Bridge and Tunnel Brewery

DSC02395-editedLast weekend I visited Bridge and Tunnel Brewery‘s new tap room in Ridgewood, Queens. Currently served in a number of restaurants and bars in New York City, Bridge and Tunnel recently moved from nano-brewery to micro brewery status. One reason why this brewery intrigued me was its back story: Bridge and Tunnel’s founder, Rich Catagna, started the brewery in his garage. He recently just opened the new location, complete with tap room, at 15-35 Decatur Street in Ridgewood. (Currently, the tap room is open on Saturdays; check the brewery’s website for announcements about any additional hours.)

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I hadn’t been to this area of Ridgewood before. The area close to the brewery seems fairly industrial, but don’t let its location intimidate you. Behind Bridge and Tunnel’s small entrance is a warm, cozy space–the perfect place to hang out with friends on a Saturday afternoon.

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The bar is small but comfortable, and Rich has built long wooden tables for his guests to sit at. Guests are welcome to order local food for delivery, and there’s an excellent pizza place close by. There are also wine barrels set up with bar stools for additional seating. On the day I went, the space was filled with friends and neighbors, but I immediately made friends even though I came in by myself. It’s that kind of place–you feel immediately welcome, and you’ll definitely enjoy yourself.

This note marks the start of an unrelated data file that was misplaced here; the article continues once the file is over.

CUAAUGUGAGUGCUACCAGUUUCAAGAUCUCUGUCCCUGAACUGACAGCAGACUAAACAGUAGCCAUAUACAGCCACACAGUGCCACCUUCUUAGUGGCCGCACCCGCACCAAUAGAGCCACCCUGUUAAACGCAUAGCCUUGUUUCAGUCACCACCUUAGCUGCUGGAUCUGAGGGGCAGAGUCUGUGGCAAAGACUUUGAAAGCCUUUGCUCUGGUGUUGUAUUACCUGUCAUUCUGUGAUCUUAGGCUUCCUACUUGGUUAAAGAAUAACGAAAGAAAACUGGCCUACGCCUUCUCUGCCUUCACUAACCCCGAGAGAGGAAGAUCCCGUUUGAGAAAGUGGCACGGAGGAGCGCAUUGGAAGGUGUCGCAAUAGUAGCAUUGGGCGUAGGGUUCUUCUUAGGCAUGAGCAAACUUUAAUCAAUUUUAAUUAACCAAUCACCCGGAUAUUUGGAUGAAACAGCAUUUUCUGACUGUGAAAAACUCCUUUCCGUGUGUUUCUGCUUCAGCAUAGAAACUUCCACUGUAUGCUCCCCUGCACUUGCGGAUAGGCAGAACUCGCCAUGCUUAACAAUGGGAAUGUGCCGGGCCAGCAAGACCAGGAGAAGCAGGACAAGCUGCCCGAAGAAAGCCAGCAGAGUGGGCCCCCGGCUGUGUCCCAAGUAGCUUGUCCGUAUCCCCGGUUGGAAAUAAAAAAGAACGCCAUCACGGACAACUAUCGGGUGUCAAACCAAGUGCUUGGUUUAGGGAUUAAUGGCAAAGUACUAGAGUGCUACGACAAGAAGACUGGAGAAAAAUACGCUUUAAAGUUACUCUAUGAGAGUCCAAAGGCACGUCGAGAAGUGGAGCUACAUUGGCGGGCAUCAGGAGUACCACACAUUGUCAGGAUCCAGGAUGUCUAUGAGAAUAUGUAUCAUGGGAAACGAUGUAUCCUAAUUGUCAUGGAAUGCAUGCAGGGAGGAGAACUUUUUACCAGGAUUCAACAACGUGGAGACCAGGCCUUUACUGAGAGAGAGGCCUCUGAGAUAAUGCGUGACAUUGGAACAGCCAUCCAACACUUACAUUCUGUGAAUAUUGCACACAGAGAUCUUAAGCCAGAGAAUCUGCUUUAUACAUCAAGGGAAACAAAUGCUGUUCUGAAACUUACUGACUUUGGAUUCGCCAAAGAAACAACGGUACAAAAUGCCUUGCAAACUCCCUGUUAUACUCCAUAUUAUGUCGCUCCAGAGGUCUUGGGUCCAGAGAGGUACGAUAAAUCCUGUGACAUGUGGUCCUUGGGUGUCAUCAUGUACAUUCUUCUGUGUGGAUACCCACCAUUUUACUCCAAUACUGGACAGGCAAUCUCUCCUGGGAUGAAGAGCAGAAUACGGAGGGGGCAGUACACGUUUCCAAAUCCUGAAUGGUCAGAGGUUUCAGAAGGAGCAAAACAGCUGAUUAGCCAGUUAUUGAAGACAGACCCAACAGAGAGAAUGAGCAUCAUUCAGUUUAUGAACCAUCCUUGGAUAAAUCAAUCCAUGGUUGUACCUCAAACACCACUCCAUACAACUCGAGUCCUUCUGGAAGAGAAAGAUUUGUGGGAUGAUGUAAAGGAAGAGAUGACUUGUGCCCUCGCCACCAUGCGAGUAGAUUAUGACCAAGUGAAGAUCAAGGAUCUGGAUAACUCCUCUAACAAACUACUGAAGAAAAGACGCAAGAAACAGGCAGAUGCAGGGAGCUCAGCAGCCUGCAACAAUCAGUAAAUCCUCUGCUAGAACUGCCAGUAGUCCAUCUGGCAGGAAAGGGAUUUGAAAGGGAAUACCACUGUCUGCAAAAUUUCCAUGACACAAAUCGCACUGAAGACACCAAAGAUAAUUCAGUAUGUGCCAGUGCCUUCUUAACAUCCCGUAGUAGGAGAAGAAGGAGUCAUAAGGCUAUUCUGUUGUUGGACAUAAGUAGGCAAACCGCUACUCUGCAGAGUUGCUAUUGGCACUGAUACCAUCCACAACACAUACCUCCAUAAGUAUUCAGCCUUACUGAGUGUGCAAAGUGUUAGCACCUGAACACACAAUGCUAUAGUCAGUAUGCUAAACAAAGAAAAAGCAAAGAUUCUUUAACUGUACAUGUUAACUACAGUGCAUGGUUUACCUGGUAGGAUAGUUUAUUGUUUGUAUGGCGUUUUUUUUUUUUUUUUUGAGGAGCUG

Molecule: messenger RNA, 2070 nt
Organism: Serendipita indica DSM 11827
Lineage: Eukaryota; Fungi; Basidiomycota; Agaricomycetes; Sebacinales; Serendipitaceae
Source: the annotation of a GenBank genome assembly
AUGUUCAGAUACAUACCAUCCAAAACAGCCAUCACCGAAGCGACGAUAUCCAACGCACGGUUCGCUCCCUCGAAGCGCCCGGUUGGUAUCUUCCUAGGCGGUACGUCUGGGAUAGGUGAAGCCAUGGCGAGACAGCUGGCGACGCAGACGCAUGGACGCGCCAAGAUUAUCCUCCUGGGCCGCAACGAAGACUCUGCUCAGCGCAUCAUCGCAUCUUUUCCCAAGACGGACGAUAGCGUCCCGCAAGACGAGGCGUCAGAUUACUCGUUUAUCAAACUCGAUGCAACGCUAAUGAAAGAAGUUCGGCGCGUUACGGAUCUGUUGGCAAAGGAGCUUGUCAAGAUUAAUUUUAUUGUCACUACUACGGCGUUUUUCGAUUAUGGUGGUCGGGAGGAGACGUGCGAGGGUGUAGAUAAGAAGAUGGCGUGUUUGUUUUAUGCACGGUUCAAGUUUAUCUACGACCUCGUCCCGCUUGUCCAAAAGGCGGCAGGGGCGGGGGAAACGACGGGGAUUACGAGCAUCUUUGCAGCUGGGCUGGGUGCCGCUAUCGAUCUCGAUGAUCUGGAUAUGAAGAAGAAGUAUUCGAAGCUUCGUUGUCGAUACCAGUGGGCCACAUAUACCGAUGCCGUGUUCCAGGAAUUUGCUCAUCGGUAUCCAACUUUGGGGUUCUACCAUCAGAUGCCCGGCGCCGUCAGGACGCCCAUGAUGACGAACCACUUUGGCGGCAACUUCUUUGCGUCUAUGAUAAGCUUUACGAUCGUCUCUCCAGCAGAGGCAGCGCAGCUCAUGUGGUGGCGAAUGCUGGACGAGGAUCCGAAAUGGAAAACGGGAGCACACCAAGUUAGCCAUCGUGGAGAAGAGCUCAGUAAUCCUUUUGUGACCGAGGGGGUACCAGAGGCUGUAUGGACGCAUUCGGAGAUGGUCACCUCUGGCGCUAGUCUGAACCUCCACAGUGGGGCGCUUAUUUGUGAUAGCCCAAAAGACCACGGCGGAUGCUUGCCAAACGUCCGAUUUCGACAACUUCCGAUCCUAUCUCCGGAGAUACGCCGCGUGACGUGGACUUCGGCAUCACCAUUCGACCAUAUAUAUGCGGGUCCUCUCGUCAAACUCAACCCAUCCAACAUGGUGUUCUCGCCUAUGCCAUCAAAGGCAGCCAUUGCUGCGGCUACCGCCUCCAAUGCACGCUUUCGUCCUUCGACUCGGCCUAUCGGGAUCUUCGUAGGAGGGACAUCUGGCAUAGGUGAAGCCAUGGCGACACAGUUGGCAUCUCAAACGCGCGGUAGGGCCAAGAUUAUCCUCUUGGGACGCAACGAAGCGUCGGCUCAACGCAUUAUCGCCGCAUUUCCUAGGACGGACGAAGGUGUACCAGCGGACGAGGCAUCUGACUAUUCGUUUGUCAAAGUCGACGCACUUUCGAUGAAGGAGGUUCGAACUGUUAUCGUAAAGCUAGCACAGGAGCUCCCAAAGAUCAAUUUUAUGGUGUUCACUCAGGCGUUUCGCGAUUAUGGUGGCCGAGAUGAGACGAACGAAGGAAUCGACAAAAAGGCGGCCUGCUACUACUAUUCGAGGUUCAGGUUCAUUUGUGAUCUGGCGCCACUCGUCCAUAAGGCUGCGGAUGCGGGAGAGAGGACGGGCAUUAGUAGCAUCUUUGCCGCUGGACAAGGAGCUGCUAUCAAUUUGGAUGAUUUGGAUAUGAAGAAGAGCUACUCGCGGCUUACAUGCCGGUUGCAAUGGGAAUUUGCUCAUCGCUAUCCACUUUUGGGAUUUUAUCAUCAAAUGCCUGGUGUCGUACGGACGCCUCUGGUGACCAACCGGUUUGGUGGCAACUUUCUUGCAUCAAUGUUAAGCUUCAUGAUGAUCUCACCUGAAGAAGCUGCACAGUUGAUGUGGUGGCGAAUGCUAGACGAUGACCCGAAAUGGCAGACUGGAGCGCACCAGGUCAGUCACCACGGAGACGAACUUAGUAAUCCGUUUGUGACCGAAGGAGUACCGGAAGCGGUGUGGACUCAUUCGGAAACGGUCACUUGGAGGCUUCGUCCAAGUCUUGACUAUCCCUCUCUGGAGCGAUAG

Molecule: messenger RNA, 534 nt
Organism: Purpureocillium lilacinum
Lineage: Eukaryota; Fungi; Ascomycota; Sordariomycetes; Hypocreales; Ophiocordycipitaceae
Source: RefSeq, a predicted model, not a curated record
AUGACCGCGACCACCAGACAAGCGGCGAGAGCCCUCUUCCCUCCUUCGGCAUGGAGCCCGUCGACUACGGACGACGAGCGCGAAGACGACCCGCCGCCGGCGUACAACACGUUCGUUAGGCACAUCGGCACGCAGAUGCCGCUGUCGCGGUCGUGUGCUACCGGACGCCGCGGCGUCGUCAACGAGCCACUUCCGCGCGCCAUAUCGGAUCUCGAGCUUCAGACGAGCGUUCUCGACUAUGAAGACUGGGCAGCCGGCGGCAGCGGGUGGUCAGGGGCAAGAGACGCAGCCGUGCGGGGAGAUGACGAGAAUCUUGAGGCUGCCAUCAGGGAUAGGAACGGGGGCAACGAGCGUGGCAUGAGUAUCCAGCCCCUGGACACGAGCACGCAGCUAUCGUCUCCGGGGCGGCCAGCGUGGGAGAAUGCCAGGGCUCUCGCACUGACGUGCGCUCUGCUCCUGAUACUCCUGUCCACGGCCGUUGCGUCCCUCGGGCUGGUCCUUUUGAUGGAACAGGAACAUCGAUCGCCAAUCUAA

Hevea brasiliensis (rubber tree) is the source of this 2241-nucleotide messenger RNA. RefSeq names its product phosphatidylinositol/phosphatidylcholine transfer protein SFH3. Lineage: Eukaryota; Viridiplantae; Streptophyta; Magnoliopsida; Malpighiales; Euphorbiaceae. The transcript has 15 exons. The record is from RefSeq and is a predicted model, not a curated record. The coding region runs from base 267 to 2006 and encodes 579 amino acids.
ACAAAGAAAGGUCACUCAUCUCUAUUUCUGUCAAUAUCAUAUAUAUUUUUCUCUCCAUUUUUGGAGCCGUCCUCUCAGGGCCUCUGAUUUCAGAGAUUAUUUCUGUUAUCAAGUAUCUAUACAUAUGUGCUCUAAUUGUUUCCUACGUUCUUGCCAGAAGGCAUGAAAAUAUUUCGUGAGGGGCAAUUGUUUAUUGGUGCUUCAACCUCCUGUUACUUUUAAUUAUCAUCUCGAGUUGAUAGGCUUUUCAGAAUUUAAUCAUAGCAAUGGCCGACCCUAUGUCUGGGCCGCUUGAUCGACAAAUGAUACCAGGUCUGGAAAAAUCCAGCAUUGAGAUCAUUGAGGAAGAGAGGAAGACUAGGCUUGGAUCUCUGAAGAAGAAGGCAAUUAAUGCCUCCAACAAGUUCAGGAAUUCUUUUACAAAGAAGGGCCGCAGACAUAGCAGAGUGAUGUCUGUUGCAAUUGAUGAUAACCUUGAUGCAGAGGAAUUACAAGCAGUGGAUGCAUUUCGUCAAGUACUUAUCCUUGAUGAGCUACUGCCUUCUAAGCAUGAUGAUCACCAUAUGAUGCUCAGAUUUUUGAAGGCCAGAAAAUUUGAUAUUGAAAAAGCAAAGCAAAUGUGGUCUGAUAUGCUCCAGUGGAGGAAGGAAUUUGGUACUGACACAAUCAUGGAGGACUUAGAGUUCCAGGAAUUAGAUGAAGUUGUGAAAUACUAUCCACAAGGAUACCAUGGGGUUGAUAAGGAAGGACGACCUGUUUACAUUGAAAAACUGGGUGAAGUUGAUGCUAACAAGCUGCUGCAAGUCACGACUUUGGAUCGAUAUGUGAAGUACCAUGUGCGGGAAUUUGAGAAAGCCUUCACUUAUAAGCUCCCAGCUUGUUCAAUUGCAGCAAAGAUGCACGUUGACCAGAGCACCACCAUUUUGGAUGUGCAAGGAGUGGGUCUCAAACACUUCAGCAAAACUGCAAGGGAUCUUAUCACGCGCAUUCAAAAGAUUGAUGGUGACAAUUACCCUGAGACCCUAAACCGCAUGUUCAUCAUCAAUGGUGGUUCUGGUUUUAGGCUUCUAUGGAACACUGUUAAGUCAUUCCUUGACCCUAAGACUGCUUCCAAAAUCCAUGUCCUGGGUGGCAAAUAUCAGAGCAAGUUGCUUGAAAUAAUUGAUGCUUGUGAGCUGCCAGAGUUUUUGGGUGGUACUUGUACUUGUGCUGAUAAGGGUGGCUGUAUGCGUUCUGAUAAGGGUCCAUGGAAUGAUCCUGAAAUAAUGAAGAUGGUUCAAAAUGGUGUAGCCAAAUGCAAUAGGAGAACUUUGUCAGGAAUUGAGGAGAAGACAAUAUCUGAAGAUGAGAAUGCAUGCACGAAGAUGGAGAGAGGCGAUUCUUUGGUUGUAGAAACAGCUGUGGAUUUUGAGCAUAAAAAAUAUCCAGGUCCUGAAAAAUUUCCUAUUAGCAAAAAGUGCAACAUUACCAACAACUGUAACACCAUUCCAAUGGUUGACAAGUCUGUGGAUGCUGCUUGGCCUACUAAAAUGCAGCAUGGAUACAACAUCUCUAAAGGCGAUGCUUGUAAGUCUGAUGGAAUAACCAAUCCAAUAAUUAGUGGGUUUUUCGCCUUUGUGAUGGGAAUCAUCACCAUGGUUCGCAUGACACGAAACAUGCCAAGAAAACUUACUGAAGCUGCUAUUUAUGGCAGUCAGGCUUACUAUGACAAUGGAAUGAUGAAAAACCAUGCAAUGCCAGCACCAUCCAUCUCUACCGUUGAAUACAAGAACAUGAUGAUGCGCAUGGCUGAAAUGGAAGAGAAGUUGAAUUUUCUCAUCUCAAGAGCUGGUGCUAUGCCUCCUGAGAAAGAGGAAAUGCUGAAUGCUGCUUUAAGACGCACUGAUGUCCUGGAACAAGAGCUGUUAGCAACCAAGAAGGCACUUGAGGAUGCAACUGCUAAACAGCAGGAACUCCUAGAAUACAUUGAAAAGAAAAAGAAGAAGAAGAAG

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Now for the beer. I have to admit I was a little skeptical, as I have had my share of bad craft beer. But I really, really enjoyed it. I got a sampler so that I could try four beers: 20 Spot and a Switchblade Coffee Cream Ale, Sewer Alligator Spiced Honey Wheat, Angry Amel Dunkelweizen, and Bone Orchard Vanilla Porter. (In addition to tasting great, the beers have great names, with great stories behind them!)

My favorite was the Vanilla Porter. One of Rich’s friends had made cheesecake bites with a Vanilla Porter caramel sauce, which really complemented the beer. This would be a great pairing for a holiday party. The Coffee Cream Ale was a lovely surprise as well. It had a subtle coffee flavor, but different than the dark coffee-flavored beers I’ve tried in the past. I enjoyed the Dunkelweizen too–it is a great drinking beer.

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The brewing takes place in the back half of the space, currently separated from the tap room by a high metal fence. The lighting makes it a feature of the space.

How do you get to Bridge and Tunnel Brewery? As usual, I got there by public transportation. Take the L Train to the Halsey Street stop. The brewery is only a few short blocks from the subway station.

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